Nowadays, it pays for high school students to become well-learned in as many subjects as possible, especially given the heightened level of competition that clogs each student’s path to college. It therefore shouldn’t come as a surprise that a subject as in depth as environmental studies would be an ideal proving ground for some of Long Island’s sharpest young minds, as evidenced by the 19th annual Envirothon Competition, which was held Tuesday, April 25 at Old Bethpage Restoration.
According to Sharon Frost, one of the organizers of the competition, the Envirothon started “as a way of assisting science teachers in incorporating environmental science into their science programs.” Its roots go back to 1979, when an event called the Environmental Olympics was held in Pennsylvania. The Envirothon eventually came to Long Island in 1999 and has continued to develop on the national, and even international, level.
“We’re the local component of a state competition and after the state competition it goes on to a national competition, which will be at the end of May,” Frost said. “It’s even international—Canada is involved too. Every year we grow. More schools get involved. [The local event is] actually almost as big as the state event. So we’re looking forward to growing every year and getting more students aware of the environment and how to protect it. It’s extremely important.”
This year’s local competition featured science students from 17 high schools around Long Island, including Farmingdale, MacArthur, Division, St. Domenic’s, Chaminade, Garden City and Great Neck South, among others. Each school could send one or two teams, comprised of five members each. A winning team was declared for both Nassau and Suffolk County, with Great Neck South’s team receiving the top prize for Nassau County, which includes a scholarship for each team member. As Frost points out, though the Envirothon is fun for its participants, the stakes are high, particularly for students who are approaching their college careers.
“It’s very competitive,” Frost said. “We give $500 scholarships to each of the students on the winning teams. So we give out $5,000 worth of scholarships a year. And we’ve given over $64,000 in scholarships since the beginning.”
The nature of the competition mandates that students be not just smart, but versatile. Groups work together at stations devoted to five different subject areas—aquatics, forestry, wildlife, soil and a current issue. At each station, a multiple choice test is given, with many of the questions necessitating hands-on solutions involving the use of maps or other equipment, and the competition concludes with each group giving an oral presentation in front of a panel of judges. While each member of a team is expected to become an expert in one of the five subjects, students spend several months ensuring that they have a healthy grasp on all facets of the competition.
“They spend a lot of time looking at resource material,” said David Friedman, a teacher at MacArthur High School. “But they go beyond that as well. [With} each of the topics, there’s a student that basically spearheads that topic and becomes an expert in that area. You have five kids on the team and an alternate, so everyone takes an area to be the expert, but you have to know a little bit about every topic. It’s competitive, but it’s fun.”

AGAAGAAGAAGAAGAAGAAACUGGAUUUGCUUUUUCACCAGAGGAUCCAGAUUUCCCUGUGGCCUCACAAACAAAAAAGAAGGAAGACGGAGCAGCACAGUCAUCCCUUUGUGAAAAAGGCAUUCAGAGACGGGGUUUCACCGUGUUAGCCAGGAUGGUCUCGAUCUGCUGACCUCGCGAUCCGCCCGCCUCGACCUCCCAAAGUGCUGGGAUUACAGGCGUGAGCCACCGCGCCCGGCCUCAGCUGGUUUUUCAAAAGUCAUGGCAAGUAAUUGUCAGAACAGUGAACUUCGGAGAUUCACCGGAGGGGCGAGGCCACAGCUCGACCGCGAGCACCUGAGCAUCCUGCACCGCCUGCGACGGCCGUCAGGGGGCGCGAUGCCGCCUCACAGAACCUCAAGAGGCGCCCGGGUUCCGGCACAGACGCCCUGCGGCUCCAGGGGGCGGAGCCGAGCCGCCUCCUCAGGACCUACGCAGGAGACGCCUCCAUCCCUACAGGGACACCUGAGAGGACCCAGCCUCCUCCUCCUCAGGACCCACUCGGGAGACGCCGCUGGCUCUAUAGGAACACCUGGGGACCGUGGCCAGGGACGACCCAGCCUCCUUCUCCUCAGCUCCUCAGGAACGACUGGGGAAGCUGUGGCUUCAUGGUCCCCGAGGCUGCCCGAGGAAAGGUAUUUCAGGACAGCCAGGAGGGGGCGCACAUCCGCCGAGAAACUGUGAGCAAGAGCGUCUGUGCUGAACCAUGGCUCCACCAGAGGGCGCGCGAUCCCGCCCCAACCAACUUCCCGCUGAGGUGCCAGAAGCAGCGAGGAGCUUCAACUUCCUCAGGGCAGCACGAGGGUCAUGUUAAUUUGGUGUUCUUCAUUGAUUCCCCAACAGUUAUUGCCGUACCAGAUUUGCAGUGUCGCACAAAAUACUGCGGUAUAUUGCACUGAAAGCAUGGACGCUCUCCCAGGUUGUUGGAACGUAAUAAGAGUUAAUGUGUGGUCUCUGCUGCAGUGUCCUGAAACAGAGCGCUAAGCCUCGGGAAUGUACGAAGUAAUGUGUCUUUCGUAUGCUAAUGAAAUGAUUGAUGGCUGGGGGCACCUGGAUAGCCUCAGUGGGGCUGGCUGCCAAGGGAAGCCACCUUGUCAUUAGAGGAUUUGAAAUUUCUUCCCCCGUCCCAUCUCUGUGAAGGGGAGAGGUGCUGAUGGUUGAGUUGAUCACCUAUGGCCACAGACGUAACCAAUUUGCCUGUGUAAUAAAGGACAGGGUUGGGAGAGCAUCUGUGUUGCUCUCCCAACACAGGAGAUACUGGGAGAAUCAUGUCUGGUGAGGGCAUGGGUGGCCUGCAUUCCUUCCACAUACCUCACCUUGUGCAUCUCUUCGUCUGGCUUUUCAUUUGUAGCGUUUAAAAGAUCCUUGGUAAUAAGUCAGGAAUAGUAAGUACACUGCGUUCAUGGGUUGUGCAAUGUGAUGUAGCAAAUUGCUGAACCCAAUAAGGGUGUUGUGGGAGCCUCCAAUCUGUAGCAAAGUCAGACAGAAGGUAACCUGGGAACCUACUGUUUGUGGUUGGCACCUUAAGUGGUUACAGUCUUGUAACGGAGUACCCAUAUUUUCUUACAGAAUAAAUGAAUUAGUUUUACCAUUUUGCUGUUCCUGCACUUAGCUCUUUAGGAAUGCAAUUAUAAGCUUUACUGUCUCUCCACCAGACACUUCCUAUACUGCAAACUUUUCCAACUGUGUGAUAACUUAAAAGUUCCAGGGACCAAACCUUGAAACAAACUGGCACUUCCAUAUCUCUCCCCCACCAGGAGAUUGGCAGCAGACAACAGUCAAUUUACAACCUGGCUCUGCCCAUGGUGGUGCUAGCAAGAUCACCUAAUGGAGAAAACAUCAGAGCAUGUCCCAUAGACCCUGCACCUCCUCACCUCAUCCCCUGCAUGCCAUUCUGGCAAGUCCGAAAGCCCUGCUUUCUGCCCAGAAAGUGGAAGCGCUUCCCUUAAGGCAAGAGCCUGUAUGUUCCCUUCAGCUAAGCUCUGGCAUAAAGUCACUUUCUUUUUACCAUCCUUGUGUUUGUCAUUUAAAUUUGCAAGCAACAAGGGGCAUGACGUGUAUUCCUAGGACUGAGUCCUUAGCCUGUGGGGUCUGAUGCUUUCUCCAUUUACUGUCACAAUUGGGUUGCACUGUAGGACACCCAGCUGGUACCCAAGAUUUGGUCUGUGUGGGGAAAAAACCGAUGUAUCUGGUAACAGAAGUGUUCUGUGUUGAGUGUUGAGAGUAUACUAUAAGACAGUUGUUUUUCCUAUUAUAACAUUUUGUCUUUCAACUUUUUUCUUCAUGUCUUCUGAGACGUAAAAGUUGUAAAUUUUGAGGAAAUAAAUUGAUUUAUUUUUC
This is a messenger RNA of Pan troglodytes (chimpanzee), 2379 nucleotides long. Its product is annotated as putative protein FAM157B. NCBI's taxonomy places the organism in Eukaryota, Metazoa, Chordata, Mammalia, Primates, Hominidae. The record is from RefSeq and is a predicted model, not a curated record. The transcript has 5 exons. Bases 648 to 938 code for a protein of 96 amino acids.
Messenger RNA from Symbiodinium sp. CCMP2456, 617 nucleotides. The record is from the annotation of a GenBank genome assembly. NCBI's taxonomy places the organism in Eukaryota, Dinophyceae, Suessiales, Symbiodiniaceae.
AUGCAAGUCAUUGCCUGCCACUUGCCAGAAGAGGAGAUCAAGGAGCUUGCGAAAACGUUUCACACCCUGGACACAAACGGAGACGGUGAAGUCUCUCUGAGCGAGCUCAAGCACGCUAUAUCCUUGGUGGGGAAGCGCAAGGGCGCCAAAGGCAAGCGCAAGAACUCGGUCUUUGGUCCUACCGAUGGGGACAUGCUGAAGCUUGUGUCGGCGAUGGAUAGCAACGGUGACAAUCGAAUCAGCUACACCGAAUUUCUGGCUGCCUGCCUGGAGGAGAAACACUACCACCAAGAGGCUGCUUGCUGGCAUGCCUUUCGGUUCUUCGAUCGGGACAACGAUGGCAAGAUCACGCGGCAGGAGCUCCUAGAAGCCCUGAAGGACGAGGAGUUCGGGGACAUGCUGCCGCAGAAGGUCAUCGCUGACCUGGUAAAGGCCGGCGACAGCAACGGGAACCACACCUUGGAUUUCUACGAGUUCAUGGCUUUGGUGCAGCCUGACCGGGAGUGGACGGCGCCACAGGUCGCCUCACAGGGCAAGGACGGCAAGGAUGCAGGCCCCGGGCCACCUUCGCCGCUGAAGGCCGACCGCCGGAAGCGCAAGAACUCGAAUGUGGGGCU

That versatility, Frost says, will pay dividends for students who are hoping to pursue careers in science, which is why the competition’s learning objectives are so precisely developed. The tasks require not just knowledge specific to environmental studies, but more broad skills like thorough researching, effective decision making and efficient problem solving, the likes of which is integral towards finding success in various scientific fields.
“A lot of them go on to college to study environmental studies, or to study biology, depending on what field they’re interested in,” Frost said. “There’s so many fields that you can get involved with as far as the environment goes. You can work for the towns, the government, private [sector], engineering. It goes on and on, the amount of fields you can get into—it’s vast.”
“With any field, learning how to work as a team and delegating responsibility, accepting responsibility. It’s important,” Friedman added. “Two of my students this year are going to major in environmental science, and this is their fourth year [in the competition]. So it’s really helped guide them in a direction that they’ve decided they want to go.”
The relevance of the Envirothon’s learning objectives in today’s world wasn’t lost on the Envirothon’s organizers; this year’s brochure outlines its goal as helping students “aspire to an advanced level of understanding about their natural surroundings.” But Friedman noted that the most important thing for students is a thirst for knowledge and a desire to quench it, no matter the subject.
“Any time the students are seeking out information on their own, regardless of the subject, it’s an important thing,” Friedman said. “So whether this was a history competition or cellular bio, if they’re going out and they’re spending their own time outside of class, that’s valuable.”